A large crowd of mourners followed the casket of MLK through the streets of Atlanta, Georgia. Two men are seen carrying a large sign with the fallen leader’s face on it
An April 6, 1968, photo of looted and burned buildings is placed on a easel at the present day area near 14th and Kenyon Streets in northwest Washington. The area has since developed into a shopping spot for residents
An April 6, 1968, photo of smoldering remains of a building is placed on a easel as people walk at the corner of the present day 7th and O Streets in northwest Washington. Rioting took place within the city and in surrounding neighborhoods
A March 31, 1968, photo of Rev. Martin Luther King Jr. speaking from the cathedral’s Canterbury Pulpit is placed on an easel in front of the present day pulpit as people walk by the Canterbury Pulpit at the National Cathedral in Washington, on March 26, 2018. Rev. Martin Luther King Jr. spoke from the cathedral’s Canterbury Pulpit to a capacity crowd at his last Sunday sermon before he was assassinated on April 4, 1968, in Memphis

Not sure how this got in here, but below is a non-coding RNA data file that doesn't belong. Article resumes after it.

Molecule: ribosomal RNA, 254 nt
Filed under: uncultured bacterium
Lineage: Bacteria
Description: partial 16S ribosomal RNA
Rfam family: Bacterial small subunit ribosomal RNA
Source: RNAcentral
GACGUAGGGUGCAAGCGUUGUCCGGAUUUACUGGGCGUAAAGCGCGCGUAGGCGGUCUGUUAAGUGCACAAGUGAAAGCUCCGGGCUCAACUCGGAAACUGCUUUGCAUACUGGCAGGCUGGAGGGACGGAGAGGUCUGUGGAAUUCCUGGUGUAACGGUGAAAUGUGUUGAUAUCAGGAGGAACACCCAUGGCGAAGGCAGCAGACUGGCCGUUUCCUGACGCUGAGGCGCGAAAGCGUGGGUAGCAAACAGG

An April 7, 1968, photo of police keeping rifles at the ready during a home search, is placed on a easel in the present day area at 11th and K Streets in northwest in Washington. Police had to be on their guard during the days following the assassination because of the growing unrest throughout the country